True Refuge Comes From Within

“We’re here in a shelter today…but where can true refuge be found? I asked my group of young male students at Salaam Balaak Trust Aasra Shelter. “Security can crumble all around us at any moment…true refuge can only be found within ourselves. Yoga can help us find this safety, in the depths of our hearts and souls, no matter where we find ourselves in the outer world.”


In Master Patanjali’s Yoga Sutras (an ancient treatise containing aphorisms on the practice of yoga), this sage begins: “Now, this is yoga.” Now, as in something had to have occurred before one can be taught yoga. A crisis. Many people think of yoga practices as simply asanas (poses) and pranayamas (breathing exercises) designed to improve one’s physical condition and appearance. The true aim of the practices, however, is moksha (complete liberation from all forms of suffering). Yoga practices transform the body and mind, putting practitioners in touch with a deeper reality, with the soul that lies within each and all. The physical yoga practices are actually only two of the eight steps of the eight-limbed path of ashtanga yoga as outlined by Master Patanjali. Yamas and niyamas are the first two steps and comprise a strict ethical code of conduct. Established in a strong ethical foundation, practicing asanas and pranayamas, pratyahara (sense withdrawal) and dharana (concentration) puts us in the ideal frame for dhyana (meditation). Through dhyana (meditation), we can reach the eighth and final step, which is Samadhi (a super-conscious, or blissful state)…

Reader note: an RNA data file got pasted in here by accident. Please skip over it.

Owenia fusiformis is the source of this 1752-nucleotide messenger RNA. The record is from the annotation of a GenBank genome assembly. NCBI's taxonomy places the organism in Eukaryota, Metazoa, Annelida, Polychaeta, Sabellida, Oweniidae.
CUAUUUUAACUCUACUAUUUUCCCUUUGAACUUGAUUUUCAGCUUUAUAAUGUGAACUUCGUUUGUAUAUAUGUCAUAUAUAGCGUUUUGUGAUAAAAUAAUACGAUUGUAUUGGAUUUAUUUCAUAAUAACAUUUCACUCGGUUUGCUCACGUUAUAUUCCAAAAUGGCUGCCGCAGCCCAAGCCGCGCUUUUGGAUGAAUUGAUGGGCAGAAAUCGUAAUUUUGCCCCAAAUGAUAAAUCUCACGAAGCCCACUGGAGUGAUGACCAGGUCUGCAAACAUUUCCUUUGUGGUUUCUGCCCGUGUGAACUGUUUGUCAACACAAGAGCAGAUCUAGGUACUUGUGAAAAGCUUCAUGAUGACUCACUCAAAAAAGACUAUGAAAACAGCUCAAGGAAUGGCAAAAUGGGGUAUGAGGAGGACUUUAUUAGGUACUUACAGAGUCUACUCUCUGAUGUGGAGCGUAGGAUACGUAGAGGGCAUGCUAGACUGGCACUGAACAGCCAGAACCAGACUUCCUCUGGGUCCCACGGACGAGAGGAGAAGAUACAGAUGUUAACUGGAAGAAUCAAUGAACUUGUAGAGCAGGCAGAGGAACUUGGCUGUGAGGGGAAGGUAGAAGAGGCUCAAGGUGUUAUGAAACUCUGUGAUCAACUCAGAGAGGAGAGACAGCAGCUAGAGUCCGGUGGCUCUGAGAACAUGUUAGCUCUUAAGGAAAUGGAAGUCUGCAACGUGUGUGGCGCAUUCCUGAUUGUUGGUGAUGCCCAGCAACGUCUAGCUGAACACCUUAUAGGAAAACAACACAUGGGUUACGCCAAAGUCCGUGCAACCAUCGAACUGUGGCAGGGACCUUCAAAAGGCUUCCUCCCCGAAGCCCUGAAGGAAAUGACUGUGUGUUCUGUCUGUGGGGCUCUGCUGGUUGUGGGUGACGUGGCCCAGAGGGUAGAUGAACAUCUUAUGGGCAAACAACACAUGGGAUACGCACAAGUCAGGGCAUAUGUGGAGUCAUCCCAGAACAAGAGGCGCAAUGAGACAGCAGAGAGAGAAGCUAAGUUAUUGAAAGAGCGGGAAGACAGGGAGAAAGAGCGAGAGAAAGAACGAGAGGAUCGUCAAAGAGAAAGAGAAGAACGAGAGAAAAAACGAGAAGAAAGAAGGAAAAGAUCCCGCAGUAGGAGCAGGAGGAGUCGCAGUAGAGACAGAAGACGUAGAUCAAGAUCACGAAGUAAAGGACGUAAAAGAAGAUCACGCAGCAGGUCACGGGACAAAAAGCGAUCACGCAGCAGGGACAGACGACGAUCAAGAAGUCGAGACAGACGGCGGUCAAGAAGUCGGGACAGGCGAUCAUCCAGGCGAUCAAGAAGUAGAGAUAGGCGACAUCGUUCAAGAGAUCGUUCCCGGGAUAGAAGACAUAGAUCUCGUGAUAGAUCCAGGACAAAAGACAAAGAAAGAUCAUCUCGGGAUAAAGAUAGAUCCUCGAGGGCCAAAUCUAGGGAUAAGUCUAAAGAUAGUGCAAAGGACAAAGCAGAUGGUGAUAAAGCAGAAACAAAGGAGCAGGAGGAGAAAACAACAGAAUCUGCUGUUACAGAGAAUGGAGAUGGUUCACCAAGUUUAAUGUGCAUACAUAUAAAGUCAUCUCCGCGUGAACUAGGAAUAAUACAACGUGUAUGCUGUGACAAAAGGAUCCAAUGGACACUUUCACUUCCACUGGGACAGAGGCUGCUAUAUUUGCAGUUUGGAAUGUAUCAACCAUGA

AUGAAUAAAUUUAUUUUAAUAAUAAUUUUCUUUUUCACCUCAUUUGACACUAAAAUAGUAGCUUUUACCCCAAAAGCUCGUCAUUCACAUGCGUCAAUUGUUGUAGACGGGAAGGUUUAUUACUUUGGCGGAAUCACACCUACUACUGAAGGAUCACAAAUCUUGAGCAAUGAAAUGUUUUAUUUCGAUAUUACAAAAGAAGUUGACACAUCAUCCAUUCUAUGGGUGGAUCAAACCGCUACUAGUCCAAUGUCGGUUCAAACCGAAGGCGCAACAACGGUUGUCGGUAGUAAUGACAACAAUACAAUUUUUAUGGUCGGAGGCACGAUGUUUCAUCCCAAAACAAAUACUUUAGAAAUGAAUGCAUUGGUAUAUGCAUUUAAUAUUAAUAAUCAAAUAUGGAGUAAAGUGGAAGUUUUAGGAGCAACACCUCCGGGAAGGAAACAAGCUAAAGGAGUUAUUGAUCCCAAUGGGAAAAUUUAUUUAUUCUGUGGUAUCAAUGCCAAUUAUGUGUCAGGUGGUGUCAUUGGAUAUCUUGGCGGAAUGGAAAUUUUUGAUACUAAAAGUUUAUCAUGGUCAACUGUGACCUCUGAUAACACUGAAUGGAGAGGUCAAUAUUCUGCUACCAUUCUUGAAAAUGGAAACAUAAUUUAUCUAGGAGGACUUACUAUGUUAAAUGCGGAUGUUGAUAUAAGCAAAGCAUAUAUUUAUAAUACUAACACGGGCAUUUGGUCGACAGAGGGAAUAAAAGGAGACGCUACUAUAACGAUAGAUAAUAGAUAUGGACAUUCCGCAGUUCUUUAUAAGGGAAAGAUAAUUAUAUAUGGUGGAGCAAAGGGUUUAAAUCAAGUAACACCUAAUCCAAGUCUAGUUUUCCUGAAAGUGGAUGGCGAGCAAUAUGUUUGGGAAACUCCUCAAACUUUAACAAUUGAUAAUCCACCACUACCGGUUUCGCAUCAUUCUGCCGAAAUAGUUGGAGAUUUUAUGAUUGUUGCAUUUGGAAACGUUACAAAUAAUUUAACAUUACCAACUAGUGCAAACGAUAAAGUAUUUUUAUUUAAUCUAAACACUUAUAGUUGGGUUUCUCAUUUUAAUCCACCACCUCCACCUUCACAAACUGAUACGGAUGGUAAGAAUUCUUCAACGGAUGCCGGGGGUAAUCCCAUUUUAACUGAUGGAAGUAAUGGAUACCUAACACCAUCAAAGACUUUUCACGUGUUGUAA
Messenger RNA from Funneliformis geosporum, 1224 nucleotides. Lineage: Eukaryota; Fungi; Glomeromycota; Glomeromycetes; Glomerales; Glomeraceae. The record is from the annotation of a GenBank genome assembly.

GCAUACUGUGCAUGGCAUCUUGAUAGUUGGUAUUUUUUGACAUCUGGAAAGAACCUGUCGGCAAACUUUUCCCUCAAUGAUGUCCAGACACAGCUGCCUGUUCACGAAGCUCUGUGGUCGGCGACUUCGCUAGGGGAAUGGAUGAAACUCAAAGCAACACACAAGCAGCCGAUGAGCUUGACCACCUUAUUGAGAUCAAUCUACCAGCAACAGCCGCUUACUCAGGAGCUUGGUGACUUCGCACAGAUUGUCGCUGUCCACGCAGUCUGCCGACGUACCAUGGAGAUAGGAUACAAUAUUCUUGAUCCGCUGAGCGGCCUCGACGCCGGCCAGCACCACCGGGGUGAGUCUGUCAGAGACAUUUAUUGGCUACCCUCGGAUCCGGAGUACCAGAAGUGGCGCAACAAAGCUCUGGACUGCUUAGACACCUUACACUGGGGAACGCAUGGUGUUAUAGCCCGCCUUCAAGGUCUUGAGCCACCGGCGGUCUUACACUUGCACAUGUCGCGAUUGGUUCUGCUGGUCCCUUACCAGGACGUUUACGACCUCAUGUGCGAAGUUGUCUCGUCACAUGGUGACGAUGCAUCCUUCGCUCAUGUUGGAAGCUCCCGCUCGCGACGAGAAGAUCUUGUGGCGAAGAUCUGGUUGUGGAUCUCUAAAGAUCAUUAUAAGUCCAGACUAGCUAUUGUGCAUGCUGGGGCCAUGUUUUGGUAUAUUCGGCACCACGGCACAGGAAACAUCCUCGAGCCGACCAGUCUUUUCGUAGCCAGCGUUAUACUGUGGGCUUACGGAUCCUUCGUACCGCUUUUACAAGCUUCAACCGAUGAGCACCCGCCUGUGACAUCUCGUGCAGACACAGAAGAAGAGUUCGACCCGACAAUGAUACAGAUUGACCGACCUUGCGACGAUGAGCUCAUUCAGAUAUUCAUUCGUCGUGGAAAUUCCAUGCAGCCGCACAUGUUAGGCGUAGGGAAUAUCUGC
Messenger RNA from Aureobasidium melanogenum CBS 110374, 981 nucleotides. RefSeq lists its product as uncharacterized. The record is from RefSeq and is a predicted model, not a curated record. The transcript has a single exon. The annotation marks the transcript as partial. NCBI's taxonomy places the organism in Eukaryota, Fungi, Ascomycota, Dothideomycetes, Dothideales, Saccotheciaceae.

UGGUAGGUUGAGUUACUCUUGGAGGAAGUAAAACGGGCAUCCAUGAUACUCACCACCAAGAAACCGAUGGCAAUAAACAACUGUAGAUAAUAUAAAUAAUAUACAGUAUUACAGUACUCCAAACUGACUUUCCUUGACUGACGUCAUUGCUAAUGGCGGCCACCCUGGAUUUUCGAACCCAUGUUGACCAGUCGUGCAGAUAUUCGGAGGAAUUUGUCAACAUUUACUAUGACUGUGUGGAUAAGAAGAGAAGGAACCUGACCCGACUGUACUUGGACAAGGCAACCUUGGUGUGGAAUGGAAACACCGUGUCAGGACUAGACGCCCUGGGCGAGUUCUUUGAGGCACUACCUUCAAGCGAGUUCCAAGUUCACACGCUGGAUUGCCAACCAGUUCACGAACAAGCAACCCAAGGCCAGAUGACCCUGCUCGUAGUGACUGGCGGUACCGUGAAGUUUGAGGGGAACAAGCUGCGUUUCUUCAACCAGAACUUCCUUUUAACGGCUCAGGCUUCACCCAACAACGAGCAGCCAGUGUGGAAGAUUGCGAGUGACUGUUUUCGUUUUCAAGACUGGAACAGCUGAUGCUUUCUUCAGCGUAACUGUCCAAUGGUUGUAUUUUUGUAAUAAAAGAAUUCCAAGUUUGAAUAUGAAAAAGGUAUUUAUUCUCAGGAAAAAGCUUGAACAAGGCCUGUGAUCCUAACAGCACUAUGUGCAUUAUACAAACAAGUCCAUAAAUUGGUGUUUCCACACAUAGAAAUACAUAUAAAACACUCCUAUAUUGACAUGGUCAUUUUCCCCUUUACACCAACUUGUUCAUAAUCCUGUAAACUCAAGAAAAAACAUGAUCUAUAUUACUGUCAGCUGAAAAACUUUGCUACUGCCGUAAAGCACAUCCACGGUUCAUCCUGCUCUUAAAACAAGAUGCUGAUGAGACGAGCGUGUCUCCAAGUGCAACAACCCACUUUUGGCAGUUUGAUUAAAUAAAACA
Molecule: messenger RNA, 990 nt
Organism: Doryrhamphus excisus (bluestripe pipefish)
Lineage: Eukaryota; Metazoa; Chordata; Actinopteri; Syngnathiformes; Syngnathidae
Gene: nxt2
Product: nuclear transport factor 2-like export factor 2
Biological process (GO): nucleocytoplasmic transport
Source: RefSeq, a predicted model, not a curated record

My Salaam Balaak students were truly model yogis. Spanning diverse social, religious and economic backgrounds, these young boys (10-16 years) had experienced crises early on, when they decided to run away from home due to abuse, neglect, disease and/or extreme poverty. Though some are born more sensitive to spirituality than others, adversity more often than not creates receptivity to the practices of yoga on a more profound level, as can be seen by their expressions of blissful absorption.



And though they had previously been victims – and perpetrators – of sexual abuse, thieves, beggars, addicts and more, when I taught them, they transformed back into innocent children, in search of a new way of life. I always admired the Aasra shelter boys’ focus, as well as their great joy. There were times when they wouldn’t even open their eyes from meditation! Though I was their “teacher,” they taught me so much, about transformation from their experiences, wisdom in their Surya Namaskar (Sun Salutation) stories, joy in their songs and poetry, and kindness in their greetings and good-byes…


Javed, on staff at Salaam Balaak Trust, sat in on my classes there and informed me that he is trying to maintain the yoga, some of the kids keep talking about me and that they would love to do some staff training. I am excited to return!

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